This is the original of a piece in the Morning Star, published on Wednesday 30 October. It isnt (yet) on the Star website so I'm posting here in case anyone needs digital access.The increased focus on Scotland, and the higher profile here of the Morning Star, is at least partly because of external activities that have not really featured in the paper until now.In addition to the deployment of a Scotland-based reporter and a network of supporters groups, a Scottish Campaign Group has established a successful activity that, on the face of it, doesn't seem to directly contribute to selling papers.
Over the last three years a series of cultural events in halls and centres across Scotland have been organised. These have caught the eye for the comprehensiveness of their coverage, and the unusualness of their approach. The latest series of 'Our Class, Our Culture' events covering the rest of this year and into next summer, has just started. The events and venues for the rest of the autumn are listed here. http://scottishmorningstarcampaign.blogspot.co.uk
On 5 November in Falkirk a discussion on Robert Tressell's Ragged Trousered Philanthropists has become only too topical. The person delivering the talk is Mark Lyons, Unite's convenor at the INEOS plant at Grangemouth! A timely discussion on the nature of capitalism and its repercussions for working people I would have thought.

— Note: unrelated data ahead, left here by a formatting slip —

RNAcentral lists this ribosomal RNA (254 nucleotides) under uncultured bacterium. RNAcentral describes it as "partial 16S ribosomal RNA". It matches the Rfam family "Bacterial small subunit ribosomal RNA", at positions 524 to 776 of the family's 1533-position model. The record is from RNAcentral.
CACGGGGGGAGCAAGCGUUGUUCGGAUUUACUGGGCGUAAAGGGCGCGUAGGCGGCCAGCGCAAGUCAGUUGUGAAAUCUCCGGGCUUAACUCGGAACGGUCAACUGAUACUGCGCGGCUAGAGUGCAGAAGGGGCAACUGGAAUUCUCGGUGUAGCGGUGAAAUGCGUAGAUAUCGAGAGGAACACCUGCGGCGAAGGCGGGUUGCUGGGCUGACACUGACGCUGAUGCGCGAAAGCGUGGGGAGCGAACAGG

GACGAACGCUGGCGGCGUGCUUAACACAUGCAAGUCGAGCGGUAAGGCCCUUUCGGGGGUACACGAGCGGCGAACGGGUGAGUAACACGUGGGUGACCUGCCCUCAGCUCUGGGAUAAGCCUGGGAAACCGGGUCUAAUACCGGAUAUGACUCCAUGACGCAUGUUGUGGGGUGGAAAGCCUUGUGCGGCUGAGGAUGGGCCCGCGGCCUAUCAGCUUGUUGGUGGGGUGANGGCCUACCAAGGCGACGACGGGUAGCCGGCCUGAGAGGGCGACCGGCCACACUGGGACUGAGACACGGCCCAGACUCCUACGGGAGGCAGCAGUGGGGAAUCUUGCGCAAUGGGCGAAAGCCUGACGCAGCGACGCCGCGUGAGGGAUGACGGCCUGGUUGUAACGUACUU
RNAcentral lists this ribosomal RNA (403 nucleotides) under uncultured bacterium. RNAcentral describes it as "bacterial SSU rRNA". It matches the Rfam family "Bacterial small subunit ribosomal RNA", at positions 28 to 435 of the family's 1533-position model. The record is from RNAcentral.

Other gems include a fascinating-looking event in Paisley on Helen Macfarlane, the woman who first translated the Communist Manifesto (Dec 3). Although from a factory-owning family, her radicalism stemmed from a factory background in Chartism, and carried on as she met both Marx and Engels.
Later in the series (in 2014) highlights are William McGonagall and the radical tradition on Scots poetry (in Dundee appropriately enough, on Feb 4) with well-known contemporary poet, Alistair Findlay, Keith Stoddart on James Connolly, socialism and nationalism - in Edinburgh (18 March) as part of the Edinburgh Irish Festival, and again a hugely relevant discussion in time for Scotland's Independence Referendum later in the year, and 1 April sees a presentation on Jack London's forewarning of fascism - Iron Heel by Rab O'Donnell in Clydebank
As befits its status as a month containing the international workers' festival, May has two events. Stuart Moir on Shelley's Masque of Anarchy, its background and contemporary resonance (6 May in Bathgate), and slotting in neatly to next years MayDay celebrations, an appreciation of UCS cartoonist and author, Bob Starrett, by author and poet David Betteridge, and featuring the man himself! (8 May in Glasgow's STUC Centre).
|Helen Crawfurd. Anti war activist|
The final two events centre their topic on the centenary of the start of the First World War, but - as you might expect - concentrate on the nature of that's war in Whose War Was it? on the 5 June in Fife (venue yet to be confirmed), and in July (8) in Glasgow, a couple of activists who have been working to ensure that those who protested against the war are remembered for their activities as Bob Holton and the GMB's Richard Leonard discuss 1914 and Keir Hardie.
This series is often eagerly awaited and well attended, drawing in new and existing readers and supporters of the paper. They do more than that though. They have established the Morning Star at the heart of working class culture and celebration in Scotland, along with Glasgow's increasingly successful MayDay celebrations and the Songs of Struggle concerts promoted by FairPley both as standalone and as part of Glasgow's Celtic Connections, and Edinburgh's Fringe Festivals.